There is no doubt about it. We LOVE to read and we want to cultivate that same love of reading in our students. One way we can do this is by talking about the books we love and involving our kids in the process.
Jen LaGarde and I are teaming up to bring you the World Book Talk Championship. This is the Super Bowl of book talks. (We even included a few fun reading-themed commercials to complete the Super Bowl feel.) We started with 16 incredible educators who each submitted a short book talk video. We’re down to four finalists and we need your help. Who will win the coveted “Vince LomBooki” award for best book talk in the world?
It’s “I Love to Read Month” and we’re feeling the love! Click HERE to view the championship round of the podcast. In the eight minute video you’ll see two “Literacy Legends” take on two “Lead Learners,” but only one person can hoist the championship trophy. YOU decide!
Click HERE to cast your vote online…voting is open through February. We’re also seeing classrooms create their own versions of the #30SecondTake book talks too. We’d love for you to share these with us as well. Most importantly…keep reading!
Special thanks to Oliver Schinkten…his creative genius elevated our Super Bowl commercials to an entirely new level.
An interactive TouchCast is available at: http://www.touchcast.com/greenwood/30secondtake_podcast_world_book_talk_championship
Recently, one of our kindergarten classes worked on a standards-based engineering challenge, and the results were incredible. The truth of the matter is this type of “incredible” is something I see on a daily basis in classrooms across our school. Sometimes I’m able to take a few pictures (or video) and other times I simply stand in awe of the passion and skill our teachers possess. I am amazed at how our team cultivates skills that help students thrive today and excel tomorrow.
When all is said and done, the transmission of graphite to paper provides important practice and achievement data. However, it’s the transmission of curiosity that transcends time. Learning how to learn, overcoming failure, and working together to create something more beautiful than any of us could create alone is where the magic is. When digital age skills and a relevant pedagogy are part of the achievement process kids win.
This three minute VIDEO highlights the process we used for a lesson with Edison robots. Getting a glimpse of the conversation and steps our kindergarten students followed is pretty special. I also think that sharing some of the activities that our teachers are facilitating is good for all kids. When educators share their insights a global ecosystem of learners benefits from the ensuing conversations. Shining the light on best practices, innovation, and the work our dedicated teachers are doing helps us all understand how we might serve students in a more relevant and relational manner. It’s not about the robots!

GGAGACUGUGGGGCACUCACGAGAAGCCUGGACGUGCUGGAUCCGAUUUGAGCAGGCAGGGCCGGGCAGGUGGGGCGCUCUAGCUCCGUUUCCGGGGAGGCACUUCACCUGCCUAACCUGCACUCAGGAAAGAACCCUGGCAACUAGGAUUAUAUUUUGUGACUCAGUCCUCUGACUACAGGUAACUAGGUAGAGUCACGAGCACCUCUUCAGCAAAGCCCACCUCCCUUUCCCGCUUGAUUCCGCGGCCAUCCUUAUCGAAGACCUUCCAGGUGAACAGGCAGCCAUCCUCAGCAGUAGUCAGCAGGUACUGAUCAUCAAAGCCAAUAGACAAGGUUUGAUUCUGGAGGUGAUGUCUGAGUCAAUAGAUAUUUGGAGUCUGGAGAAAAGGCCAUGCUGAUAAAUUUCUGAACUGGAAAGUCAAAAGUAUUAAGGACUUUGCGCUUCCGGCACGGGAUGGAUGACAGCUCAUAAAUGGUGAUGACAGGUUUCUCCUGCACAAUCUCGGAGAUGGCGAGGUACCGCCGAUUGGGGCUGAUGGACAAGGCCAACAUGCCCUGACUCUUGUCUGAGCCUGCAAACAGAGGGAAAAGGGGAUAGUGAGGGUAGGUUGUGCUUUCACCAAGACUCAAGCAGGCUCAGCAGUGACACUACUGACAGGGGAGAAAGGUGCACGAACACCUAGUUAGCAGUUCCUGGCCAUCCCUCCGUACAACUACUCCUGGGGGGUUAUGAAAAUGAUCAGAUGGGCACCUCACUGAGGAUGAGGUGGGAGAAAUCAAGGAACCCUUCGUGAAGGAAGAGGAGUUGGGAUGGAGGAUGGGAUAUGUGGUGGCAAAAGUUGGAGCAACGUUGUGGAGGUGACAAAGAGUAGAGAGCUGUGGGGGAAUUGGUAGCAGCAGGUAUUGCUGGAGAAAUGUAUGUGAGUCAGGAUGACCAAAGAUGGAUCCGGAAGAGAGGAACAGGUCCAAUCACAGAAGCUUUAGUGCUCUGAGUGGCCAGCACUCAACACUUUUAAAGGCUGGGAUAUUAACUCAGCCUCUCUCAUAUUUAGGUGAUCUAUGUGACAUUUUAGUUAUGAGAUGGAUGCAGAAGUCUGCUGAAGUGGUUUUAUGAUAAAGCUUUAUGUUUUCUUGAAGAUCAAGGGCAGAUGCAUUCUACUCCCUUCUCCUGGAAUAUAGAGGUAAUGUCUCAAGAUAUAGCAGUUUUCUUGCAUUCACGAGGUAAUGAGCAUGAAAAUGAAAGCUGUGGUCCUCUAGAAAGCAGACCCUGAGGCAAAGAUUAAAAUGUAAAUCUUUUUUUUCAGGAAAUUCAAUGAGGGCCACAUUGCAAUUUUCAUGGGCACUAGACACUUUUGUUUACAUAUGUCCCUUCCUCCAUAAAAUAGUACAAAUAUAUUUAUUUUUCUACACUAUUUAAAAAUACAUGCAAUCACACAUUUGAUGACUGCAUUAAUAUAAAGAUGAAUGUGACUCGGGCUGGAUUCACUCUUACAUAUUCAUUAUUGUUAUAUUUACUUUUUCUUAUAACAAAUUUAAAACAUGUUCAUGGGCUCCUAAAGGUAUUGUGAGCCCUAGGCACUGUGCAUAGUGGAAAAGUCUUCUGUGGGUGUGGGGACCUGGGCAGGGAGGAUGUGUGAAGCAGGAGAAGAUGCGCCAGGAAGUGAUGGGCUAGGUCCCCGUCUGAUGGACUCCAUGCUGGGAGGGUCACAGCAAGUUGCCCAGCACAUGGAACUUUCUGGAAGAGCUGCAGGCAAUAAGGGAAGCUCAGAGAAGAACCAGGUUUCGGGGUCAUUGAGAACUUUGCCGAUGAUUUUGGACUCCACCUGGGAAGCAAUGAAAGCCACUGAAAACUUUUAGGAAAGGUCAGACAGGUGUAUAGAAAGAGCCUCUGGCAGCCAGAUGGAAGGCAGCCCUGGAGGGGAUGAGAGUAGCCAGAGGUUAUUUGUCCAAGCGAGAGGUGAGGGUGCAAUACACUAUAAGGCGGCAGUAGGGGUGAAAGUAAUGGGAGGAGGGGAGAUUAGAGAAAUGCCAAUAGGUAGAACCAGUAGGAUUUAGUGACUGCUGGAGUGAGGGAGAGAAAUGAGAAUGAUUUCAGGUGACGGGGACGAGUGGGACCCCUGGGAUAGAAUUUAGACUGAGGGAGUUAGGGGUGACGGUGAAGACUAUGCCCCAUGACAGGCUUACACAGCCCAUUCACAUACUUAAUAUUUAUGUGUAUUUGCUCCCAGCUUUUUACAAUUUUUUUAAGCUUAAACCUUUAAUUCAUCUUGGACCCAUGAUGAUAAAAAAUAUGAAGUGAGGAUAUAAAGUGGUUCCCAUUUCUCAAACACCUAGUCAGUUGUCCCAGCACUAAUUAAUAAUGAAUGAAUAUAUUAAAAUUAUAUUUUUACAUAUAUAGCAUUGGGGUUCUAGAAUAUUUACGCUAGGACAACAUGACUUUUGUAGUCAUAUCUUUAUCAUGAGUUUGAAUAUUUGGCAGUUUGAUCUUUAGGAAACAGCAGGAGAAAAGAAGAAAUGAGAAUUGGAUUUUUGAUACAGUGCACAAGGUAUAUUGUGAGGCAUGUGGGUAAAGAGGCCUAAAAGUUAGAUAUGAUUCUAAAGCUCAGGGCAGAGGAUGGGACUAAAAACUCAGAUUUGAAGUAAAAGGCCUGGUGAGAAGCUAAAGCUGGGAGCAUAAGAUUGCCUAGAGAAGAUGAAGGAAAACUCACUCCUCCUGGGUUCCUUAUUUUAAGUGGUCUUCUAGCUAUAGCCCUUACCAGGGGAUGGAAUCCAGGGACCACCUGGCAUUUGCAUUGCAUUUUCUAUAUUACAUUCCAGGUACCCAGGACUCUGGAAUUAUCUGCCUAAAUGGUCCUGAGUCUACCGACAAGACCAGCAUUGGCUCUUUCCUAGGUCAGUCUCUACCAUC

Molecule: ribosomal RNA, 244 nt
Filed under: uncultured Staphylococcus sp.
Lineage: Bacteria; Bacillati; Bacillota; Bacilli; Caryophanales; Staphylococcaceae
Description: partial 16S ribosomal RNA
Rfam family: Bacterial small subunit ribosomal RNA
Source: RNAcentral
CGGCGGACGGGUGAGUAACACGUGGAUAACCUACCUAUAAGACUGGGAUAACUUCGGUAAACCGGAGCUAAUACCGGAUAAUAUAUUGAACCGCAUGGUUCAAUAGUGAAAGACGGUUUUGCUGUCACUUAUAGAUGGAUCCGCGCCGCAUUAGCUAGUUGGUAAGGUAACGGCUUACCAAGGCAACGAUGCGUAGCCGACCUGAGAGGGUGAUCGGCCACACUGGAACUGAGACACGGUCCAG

Edison robots are the tool featured in this video, but they are not the reason this learning experience was incredible. The mindset and approach that Mrs. Amy Westman used made this learning transformational for kids. (A connected teacher with a growth-mindset is more important than any robotic device.) Amy and her colleagues demonstrate this on a daily basis. I’d suggest following @MrsAmyWestman on Twitter. She’s one of seven phenomenal kindergarten teachers in our school, and she shares some great learning highlights throughout the week.
Standards and Mobile MakerSpaces:
Lastly, one of the kindergarten standards that guided the lesson was 0.8.1.1 1. “Prepare for and participate effectively in a range of conversations and collaborations with diverse partners, building on others’ ideas and expressing their own clearly and persuasively.” We used one of our Mobile MakerSpace carts to bring this challenge to students, and to breathe relevance into the standards.
If you had ten minutes to talk about anything you wanted to what would it be? What if you could join a conversation that educators halfway across the country were having about the very same topic?
I’m co-hosting a new show on the BAM Radio Network called, unearthED. The show premiered in iTunes this week and was listed on the “new and noteworthy” list. We’ll be following the energy behind different conversations that teachers and school leaders are having on social media, and then taking them deeper.
We think students deserve a new narrative because many of the conversations on Twitter are too important to skim over. My good friend and co-host, Ben Gilpin, and I are committed to delving further into the issues that every educator confronts. The show is less about answers and more about questions, vulnerability, and authenticity.
Our show is part of the BAM Radio Network’s TweetED Channel covering the best Twitter education chats of the week. We hope you’ll listen and subscribe, but most of all we hope you will join us in moving beyond the echo chamber. We think kids will benefit when we continue these conversations together.
You can subscribe to “unearthED” by clicking HERE or copying the link below into your browser.